It was the low point for the 1985 Northside High grad and mother of four, who had dropped out of UL Lafayette and moved to Houston to give college another try. Without a network of family and friends in Texas, she drifted into a maze of drug and alcohol abuse, homelessness and failed attempts at recovery. Sparks lost custody of her children and descended into full-blown addiction. "It was the only way I knew to escape the painful parts of my past," she says. "Use or die ' those were the only two options that I could see."
When she was released from the hospital after her unsuccessful suicide attempt, Sparks was left with nothing but the medical gown a nurse gave her. "That's when I knew I had to make a choice to stop," she recalls, "and this time, forever." She called her sister living in Lafayette to help her look for a program and found Acadiana Outreach Center.
After completing the required rehabilitation programs at the Outreach Center, Sparks entered its Job Opportunity Training Center last year. The program was piloting a social enterprise workshop called reNEW (Noble Enterprise Workshop), an initiative of Outreach Center CEO Valerie Keller and UL architecture professors Hector Lasala and Geoff Gjertson.
"I was walking through the warehouse one day [on campus], and I saw a pile of broken and mismatched tiles," remembers Keller. "It struck me then that perhaps our clients could create new things out of discarded debris." When UL tore down a building in the College of Business, the university donated the architectural elements to the Outreach Center. Keller contacted Lasala, who had renovated the Acadiana Outreach Center campus with a group of his architecture students in 2003.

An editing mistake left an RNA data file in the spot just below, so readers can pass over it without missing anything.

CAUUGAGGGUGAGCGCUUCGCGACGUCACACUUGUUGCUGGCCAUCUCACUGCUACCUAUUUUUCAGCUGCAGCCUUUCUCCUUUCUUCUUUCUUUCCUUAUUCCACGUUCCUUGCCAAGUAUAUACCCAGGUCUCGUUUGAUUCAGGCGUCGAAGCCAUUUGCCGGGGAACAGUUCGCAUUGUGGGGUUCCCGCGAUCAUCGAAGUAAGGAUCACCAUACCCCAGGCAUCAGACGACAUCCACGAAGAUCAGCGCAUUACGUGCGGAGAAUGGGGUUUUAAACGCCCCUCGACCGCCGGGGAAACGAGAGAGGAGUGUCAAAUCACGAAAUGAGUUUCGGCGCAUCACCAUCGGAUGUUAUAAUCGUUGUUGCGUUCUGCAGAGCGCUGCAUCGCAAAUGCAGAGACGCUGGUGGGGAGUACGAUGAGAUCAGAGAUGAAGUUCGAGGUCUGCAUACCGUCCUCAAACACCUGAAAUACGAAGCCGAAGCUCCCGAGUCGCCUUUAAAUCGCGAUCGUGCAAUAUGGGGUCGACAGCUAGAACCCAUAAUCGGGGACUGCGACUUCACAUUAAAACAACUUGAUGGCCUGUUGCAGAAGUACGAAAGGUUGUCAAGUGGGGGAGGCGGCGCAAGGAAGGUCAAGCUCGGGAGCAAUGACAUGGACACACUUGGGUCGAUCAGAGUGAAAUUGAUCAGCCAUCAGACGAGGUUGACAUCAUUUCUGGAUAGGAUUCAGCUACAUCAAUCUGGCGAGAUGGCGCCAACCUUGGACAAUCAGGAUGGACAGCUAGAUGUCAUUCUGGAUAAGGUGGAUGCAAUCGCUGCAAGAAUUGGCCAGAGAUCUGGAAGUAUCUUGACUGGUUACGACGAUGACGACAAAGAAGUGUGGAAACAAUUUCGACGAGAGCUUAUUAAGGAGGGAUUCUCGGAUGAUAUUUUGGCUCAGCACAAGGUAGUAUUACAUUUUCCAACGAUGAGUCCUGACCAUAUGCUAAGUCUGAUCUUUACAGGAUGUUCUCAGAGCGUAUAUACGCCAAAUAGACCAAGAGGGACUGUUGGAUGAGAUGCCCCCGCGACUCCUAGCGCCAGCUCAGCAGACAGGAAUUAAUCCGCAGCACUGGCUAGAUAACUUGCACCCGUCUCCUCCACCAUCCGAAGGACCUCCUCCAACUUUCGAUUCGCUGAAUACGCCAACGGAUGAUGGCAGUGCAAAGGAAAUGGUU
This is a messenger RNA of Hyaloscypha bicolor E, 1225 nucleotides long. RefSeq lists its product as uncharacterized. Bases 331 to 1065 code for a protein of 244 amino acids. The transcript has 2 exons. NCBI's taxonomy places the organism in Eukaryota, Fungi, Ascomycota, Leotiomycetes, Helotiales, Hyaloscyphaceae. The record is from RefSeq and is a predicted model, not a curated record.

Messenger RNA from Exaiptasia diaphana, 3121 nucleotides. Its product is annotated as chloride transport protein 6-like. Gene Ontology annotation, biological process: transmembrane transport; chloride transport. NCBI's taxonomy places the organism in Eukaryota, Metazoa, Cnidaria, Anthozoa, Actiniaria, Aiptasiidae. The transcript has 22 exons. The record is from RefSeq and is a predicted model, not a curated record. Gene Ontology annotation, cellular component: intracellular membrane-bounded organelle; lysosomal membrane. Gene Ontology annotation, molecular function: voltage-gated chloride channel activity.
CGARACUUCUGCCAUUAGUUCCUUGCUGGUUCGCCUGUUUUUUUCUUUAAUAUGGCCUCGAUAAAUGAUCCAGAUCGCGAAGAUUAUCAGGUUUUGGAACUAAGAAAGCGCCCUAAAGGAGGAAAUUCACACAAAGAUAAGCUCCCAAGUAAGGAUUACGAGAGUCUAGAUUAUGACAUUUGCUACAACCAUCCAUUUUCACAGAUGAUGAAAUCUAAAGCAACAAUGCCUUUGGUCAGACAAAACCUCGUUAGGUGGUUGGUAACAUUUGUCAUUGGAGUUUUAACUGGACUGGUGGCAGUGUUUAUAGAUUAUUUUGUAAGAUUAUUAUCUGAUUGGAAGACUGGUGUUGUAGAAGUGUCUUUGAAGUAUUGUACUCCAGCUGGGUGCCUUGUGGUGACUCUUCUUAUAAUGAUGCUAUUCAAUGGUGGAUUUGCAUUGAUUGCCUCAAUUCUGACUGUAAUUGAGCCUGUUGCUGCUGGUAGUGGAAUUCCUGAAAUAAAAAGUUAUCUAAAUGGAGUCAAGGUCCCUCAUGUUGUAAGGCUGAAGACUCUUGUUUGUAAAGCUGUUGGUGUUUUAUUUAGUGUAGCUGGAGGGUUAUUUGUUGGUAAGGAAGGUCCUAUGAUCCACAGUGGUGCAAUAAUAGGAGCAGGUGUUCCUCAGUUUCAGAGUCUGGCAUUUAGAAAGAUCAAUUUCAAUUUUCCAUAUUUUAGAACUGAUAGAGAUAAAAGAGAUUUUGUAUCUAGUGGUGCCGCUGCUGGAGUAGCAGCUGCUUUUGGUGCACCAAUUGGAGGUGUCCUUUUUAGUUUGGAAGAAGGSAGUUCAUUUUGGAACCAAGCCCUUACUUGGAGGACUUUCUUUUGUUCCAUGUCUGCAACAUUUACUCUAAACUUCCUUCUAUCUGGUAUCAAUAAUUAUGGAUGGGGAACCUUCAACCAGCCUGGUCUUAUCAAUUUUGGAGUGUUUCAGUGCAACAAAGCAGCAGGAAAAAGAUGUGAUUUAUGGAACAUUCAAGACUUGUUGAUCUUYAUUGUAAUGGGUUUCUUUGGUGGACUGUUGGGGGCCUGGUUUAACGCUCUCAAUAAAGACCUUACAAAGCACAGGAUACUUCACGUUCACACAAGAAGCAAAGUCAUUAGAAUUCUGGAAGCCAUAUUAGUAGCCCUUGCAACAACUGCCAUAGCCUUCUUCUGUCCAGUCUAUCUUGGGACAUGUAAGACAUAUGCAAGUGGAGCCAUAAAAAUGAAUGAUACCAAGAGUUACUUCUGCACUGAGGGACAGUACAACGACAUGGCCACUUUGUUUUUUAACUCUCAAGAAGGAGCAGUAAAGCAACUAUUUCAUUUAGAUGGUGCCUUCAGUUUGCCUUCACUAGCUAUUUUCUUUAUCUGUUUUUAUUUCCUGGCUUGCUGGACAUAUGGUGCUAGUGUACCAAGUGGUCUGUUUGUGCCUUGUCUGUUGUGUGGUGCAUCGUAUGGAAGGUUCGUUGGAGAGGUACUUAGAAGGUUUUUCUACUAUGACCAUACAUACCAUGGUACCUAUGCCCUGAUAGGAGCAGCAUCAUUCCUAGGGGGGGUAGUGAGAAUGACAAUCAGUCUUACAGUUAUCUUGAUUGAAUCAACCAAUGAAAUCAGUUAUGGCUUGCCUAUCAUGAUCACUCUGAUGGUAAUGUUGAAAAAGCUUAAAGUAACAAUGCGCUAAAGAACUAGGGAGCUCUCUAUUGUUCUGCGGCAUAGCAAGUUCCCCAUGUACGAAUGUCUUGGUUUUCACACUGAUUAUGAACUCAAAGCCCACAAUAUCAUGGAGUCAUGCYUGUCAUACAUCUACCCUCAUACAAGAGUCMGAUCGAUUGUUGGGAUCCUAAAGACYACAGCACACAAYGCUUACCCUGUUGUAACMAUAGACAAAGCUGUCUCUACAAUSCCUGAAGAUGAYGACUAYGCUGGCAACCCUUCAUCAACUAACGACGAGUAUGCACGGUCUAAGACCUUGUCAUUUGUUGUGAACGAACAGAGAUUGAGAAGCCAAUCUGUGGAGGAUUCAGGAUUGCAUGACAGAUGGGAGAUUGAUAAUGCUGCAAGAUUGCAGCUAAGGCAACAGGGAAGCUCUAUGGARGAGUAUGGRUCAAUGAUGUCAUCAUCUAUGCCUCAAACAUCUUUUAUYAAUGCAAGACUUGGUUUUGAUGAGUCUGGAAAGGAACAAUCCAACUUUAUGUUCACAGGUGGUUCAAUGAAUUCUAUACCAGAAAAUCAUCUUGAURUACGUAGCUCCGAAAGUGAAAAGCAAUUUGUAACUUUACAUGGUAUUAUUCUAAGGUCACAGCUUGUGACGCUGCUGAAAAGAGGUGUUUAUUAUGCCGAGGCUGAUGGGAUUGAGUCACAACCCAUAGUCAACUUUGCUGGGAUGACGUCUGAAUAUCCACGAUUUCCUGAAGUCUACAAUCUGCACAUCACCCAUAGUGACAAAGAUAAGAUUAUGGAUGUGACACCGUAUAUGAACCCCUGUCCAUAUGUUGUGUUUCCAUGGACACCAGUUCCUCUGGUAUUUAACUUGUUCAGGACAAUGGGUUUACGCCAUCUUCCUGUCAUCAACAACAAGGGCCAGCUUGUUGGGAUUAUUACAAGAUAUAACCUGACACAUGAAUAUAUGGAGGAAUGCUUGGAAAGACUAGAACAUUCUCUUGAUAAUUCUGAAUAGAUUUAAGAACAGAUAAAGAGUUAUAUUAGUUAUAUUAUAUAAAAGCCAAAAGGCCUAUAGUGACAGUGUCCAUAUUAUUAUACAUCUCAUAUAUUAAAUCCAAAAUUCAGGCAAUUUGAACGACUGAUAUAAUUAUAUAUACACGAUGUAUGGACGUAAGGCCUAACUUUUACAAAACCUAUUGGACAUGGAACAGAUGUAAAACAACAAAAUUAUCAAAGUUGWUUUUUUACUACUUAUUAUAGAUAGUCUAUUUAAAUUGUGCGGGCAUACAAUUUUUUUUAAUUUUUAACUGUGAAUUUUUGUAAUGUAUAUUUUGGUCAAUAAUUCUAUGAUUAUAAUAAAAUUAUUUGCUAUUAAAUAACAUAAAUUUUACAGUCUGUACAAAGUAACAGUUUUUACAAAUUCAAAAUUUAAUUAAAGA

With more than 80 windows and window panes to work with, Lasala organized design students from UL to construct furniture out of the used materials. Three students were chosen to complete a class in which they earned credit for working with Outreach clients to design and build furniture. "The project provides great practical experience for the students in design," says Lasala. "It also breaks down the stereotypes that are often associated with the homeless."
For Sparks, participating in the workshop was not easy. She struggled with measuring boards, cutting wood and utilizing her creativity before bringing her project to fruition. "Being a part of something like that, and making something beautiful really helped my self-esteem," she says.
Ward Oge, a retired carpenter and member of Americorps, has been an essential part of the project and oversees the workshop on a day-by-day basis. "I never saw myself as a teacher, but giving back in this way just makes you feel good," he says. Oge loans and donates many tools to the Outreach Center and makes trips to New Orleans to gather reusable materials left behind by Hurricane Katrina. "I love to see the clients' faces when they admire the product of their hard work," says Oge.
Like Sparks, 24-year-old Acadiana Outreach client Justin Branch is learning new life skills through the program. "I learned that I got frustrated easily and would rush through my work," says Branch, 24, who recently completed a coffee table. "Building the table really helped me to focus on something, put time in it and do it well."
ReNEW is currently run primarily with money from grants and donations, but a few pieces of furniture were auctioned at last year's Palates and PatÃ©, the Outreach Center's annual fundraiser. ReNEW hopes to slowly transition into selling the pieces as a way to ensure a self-sustaining program. "The clients will be preparing artist statements sharing their stories to go along with the pieces that they create," Keller says. (Works from Acadiana Outreach Center clients will be on display during ArtWalk on Saturday, August 11.)
Nora Sparks graduated from JOTC in May and now runs her own cleaning service, Sparkles by Moms, which the Outreach Center guided her in starting last January. She has her own apartment and is no longer on welfare, and has begun the process of reconciling with her four children. "It makes me so happy that today, I am a part of their lives," she says.